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Japan News

Japan Doesn't Need Immigrants Says US Economist Dean Baker

Tomare Traffic Sign

“Maintaining its Fox News like attack on pension programs, the Washington Post had a front page article about Japan’s efforts to keep immigrant workers. It goes on to warn about how it will need many more immigrants in the future because of its declining population.

Actually, because of something that economists call ‘productivity growth,’ Japan can count on continuing improvements in its standard of living even without immigration. In fact, since it is a densely populated country, it is possible that its standard of living will actually increase more rapidly in the absence of immigration.”

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The American Prospect • Sunday January 25, 2009 • Add Comment

Osaka 1909 • Great Kita Fire

Great Kita Fire

This year it is 100 years ago that Osaka was devastated by a fire that raged through the Northern part of the city for a full 24 hours. At 4:20 in the morning on July 31, 1909 (Meiji 42) a fire broke out at a knit-wear factory in Osaka’s Kita-ku. In late Meiji (1868-1912), there were only two fire engines—powered by steam—for the whole city, and most of the buildings in Osaka were made of wood. This proved disastrous. As a strong north-eastern wind drove the fire from one bamboo gutter to the next, it soon went wild. Within hours, a huge area south of Osaka station was engulfed in flames.

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• Sunday January 25, 2009 • Add Comment

An Eye-Opening Surprise about Crime in Japan

Japanese Crime Poster

Japanese TV treats us almost daily with reports of terrifying crimes that make you check your locks three more times. If we are to believe the Japanese media, we now live in very dangerous times and Japan is far less safe than it ever was in the past. Most Japanese, if not all, believe that the country has become unsafe. Society is falling apart, many think. Oh, those good old times, when you could trust your neighbor and walk the streets safely. Here is some data about those good old days:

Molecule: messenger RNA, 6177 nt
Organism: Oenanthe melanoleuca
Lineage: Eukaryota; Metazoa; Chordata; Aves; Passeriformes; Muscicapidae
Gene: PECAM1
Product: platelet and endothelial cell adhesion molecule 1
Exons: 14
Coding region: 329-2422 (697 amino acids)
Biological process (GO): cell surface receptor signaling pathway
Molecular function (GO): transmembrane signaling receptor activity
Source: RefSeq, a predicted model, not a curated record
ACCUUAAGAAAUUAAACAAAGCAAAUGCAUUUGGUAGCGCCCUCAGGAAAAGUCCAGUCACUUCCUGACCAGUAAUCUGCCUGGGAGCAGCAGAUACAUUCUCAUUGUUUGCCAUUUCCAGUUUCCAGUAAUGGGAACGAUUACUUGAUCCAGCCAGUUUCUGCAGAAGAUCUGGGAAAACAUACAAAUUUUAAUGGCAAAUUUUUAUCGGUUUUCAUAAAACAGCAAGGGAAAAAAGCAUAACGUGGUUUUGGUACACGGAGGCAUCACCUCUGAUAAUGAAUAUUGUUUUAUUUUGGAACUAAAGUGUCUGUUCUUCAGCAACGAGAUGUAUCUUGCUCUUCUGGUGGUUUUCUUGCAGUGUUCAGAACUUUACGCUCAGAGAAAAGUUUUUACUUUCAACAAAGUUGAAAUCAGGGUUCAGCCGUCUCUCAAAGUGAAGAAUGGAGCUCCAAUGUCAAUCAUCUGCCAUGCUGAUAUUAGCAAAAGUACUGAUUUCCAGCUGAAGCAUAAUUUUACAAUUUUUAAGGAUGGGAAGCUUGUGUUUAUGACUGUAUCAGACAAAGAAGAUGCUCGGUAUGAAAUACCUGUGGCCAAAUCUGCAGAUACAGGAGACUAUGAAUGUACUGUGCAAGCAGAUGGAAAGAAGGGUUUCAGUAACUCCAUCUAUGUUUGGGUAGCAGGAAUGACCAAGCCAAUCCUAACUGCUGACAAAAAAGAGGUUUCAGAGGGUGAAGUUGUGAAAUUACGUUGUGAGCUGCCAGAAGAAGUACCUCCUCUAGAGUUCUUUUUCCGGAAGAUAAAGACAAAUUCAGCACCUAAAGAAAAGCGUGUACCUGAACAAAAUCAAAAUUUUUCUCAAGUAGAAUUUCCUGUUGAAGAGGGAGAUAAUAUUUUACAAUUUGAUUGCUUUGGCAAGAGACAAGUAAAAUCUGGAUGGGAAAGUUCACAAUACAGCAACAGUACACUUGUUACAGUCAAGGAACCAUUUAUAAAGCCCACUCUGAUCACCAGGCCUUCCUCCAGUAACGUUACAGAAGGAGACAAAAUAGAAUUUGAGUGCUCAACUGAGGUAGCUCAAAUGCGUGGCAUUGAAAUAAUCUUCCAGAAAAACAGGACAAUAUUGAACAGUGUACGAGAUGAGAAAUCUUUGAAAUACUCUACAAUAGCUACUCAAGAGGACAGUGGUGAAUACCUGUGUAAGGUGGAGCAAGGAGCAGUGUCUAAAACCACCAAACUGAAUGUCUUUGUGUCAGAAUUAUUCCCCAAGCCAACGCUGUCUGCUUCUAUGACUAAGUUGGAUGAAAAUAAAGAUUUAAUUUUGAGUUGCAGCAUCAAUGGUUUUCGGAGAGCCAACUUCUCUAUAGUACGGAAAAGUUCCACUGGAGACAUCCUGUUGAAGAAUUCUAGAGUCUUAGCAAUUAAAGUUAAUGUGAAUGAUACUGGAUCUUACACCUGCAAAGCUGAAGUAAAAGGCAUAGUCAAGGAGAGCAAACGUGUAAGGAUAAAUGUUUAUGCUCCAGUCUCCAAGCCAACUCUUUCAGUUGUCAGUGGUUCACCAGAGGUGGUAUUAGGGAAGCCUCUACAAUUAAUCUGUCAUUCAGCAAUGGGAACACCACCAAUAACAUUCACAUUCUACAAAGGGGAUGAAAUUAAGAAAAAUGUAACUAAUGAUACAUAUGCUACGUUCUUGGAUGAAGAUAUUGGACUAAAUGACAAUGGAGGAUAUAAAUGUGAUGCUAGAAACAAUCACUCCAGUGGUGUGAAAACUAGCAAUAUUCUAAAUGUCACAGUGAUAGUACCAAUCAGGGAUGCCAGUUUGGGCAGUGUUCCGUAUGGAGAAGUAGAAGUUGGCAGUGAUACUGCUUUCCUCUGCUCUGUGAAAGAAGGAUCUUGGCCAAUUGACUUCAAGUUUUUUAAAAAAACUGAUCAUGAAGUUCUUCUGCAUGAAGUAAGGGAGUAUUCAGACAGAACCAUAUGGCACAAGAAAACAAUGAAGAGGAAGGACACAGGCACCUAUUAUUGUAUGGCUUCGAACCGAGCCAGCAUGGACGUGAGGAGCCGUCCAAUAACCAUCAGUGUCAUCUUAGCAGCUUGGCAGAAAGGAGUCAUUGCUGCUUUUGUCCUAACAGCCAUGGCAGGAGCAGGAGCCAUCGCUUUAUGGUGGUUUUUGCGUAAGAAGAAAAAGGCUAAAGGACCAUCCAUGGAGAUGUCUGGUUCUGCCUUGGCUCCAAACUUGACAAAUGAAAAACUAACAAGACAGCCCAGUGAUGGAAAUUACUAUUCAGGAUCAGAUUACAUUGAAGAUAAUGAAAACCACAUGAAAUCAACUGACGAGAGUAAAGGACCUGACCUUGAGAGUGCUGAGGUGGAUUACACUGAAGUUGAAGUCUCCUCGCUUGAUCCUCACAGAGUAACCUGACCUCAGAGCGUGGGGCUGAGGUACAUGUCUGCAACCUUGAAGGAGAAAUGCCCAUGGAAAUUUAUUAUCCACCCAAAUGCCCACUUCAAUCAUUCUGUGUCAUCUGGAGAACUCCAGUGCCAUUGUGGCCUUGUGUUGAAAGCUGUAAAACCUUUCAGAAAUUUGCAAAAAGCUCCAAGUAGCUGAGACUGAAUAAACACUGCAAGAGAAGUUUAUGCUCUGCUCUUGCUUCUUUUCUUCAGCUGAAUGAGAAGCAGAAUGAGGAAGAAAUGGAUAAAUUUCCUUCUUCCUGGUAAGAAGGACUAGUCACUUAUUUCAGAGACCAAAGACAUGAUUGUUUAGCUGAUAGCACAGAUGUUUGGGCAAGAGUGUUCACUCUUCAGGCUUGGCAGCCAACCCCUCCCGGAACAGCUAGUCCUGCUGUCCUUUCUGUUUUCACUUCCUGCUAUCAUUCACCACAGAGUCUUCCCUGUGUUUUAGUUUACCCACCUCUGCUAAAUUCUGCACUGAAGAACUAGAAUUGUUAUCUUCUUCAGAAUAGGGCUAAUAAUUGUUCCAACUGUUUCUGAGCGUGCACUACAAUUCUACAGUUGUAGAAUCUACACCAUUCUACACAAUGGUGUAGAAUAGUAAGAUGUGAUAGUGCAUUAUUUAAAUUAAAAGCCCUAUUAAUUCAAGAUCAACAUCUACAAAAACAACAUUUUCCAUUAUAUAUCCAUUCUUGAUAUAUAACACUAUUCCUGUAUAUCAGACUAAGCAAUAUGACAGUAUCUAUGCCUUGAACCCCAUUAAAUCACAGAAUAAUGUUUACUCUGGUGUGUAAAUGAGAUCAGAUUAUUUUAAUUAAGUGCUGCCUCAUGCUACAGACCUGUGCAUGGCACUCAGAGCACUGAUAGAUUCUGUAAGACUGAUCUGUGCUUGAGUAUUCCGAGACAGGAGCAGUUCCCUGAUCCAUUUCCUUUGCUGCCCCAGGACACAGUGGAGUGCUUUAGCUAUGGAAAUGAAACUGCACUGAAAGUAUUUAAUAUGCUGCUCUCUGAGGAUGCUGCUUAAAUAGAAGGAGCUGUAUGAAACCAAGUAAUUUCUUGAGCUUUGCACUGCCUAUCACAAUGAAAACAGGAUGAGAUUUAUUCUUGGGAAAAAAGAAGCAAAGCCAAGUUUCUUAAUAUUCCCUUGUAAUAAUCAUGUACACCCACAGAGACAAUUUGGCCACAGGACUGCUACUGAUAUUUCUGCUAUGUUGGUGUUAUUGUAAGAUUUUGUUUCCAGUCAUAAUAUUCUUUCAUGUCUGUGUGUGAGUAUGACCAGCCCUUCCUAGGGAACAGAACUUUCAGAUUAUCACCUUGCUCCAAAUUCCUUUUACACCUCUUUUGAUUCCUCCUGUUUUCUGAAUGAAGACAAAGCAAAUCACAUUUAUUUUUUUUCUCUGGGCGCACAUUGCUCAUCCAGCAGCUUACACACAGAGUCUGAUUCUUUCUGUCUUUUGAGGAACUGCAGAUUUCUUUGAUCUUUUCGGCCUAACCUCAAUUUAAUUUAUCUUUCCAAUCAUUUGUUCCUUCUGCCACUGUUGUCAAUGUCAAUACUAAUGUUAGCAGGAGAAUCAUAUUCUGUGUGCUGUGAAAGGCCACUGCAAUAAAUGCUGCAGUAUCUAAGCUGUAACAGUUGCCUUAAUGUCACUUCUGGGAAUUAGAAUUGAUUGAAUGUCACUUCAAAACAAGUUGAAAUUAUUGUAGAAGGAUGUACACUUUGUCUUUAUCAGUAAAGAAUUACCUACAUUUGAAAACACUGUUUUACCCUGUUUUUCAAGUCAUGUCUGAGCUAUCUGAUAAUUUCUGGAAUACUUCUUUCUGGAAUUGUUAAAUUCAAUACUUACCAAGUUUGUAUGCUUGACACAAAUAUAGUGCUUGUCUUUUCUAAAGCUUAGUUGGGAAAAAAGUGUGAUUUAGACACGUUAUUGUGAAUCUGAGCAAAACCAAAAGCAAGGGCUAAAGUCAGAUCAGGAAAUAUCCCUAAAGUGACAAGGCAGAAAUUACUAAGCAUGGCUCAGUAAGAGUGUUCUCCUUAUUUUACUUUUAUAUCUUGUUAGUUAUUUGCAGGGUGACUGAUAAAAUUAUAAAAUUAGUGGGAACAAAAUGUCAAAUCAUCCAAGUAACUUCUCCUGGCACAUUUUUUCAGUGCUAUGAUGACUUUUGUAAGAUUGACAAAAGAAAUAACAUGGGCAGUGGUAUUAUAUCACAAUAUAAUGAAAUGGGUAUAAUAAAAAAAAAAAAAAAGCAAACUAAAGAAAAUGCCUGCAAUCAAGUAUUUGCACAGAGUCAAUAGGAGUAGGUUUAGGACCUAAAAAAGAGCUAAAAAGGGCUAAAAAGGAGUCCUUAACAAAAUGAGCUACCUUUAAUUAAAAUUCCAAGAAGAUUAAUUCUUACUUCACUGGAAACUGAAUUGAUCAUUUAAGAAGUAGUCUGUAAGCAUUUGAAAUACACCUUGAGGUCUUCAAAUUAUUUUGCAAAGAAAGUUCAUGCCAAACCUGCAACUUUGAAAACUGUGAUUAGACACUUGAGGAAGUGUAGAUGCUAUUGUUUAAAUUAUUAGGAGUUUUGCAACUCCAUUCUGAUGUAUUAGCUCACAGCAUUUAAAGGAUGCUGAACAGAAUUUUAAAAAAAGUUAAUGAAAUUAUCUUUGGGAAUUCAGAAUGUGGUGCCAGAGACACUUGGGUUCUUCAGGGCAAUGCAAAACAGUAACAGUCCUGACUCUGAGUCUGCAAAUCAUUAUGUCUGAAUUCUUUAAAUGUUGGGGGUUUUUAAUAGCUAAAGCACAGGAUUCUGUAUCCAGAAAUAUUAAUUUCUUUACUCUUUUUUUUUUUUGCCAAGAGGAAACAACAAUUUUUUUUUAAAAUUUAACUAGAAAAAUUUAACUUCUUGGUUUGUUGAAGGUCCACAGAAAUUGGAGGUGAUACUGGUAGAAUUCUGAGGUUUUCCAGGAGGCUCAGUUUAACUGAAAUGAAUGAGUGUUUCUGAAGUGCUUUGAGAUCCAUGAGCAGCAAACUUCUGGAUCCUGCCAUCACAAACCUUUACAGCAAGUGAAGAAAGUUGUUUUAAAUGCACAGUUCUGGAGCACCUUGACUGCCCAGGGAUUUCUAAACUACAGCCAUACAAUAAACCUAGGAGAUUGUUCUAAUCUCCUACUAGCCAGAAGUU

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• Tuesday January 20, 2009 • Add Comment [3]

Japan's 1st Comprehensive Buddhism Museum

Kyoto 1930s • Buddhist Monks

Ryukoku University of Kyoto has announced a plan to open a comprehensive Buddhism museum in the spring of 2011 to showcase a wide range of Buddhist cultural assets from Japan and overseas.

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KIPPO • Wednesday January 7, 2009 • Add Comment [1]

Looking Back at 2008

2008

It is the end of the year and time to look back at what kind of year it was. This has turned into the most depressing year that I can remember. There is doom and gloom everywhere and it now takes extraordinary amounts of energy and effort to remain positive and optimistic. Crises are times to learn, to reconsider your priorities and options and to start on a new path. They offer infinite pain, but also infinite opportunities. Let’s embrace all what this crisis has to offer so we can re-invent ourselves and our society. To learn our lessons for 2009, let’s look at what 2008 has wrought:

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• Wednesday December 31, 2008 • Add Comment

Ainu Fishermen

Ainu Fishermen

Four Ainu fishermen stand in log boats, two of them holding spears as if ready to catch fish. Fish was, together with venison and other game, a very important part of the Ainu diet. It was actually so important that in the many Ainu tales recalling famines, the cause is usually the absence of fish. The very Ainu word for fish, chep, is a contraction of chi-ep, which means food. “Coming from Japan,” one 19th century European observer wrote, “the first thing that strikes a traveller in the Ainu country is the odour of dried fish, which one can smell everywhere.” The primary catch was trout in summer, and salmon in autumn. Salmon was often called kamui chep, or divine fish. Other fish, like itou (イトウ, Japanese huchen) and ugui (ウグイ, Japanese dace), were also caught.

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• Tuesday December 30, 2008 • Add Comment

The Curious Casebook of Inspector Hanshichi: Detective Stories of Old Edo

Hiroshige - Bridge in Rain

From Dec. 2, The Japan Times is serializing one of Japan’s early detective novels, The Curious Casebook of Inspector Hanshichi: Detective Stories of Old Edo, in which author Kido Okamoto (1872-1939), offers entertaining and thrilling stories set in Edo Period Japan.

Consecutive installations from the book appear in The Japan Times every week, from Tuesday to Saturday. For context and background of the book’s setting, as well as the time in which Kido wrote his work, it offers the introduction of The Curious Casebook of Inspector Hanshichi, written by the book’s translator Ian McDonald.

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The Japan Times • Sunday December 21, 2008 • Add Comment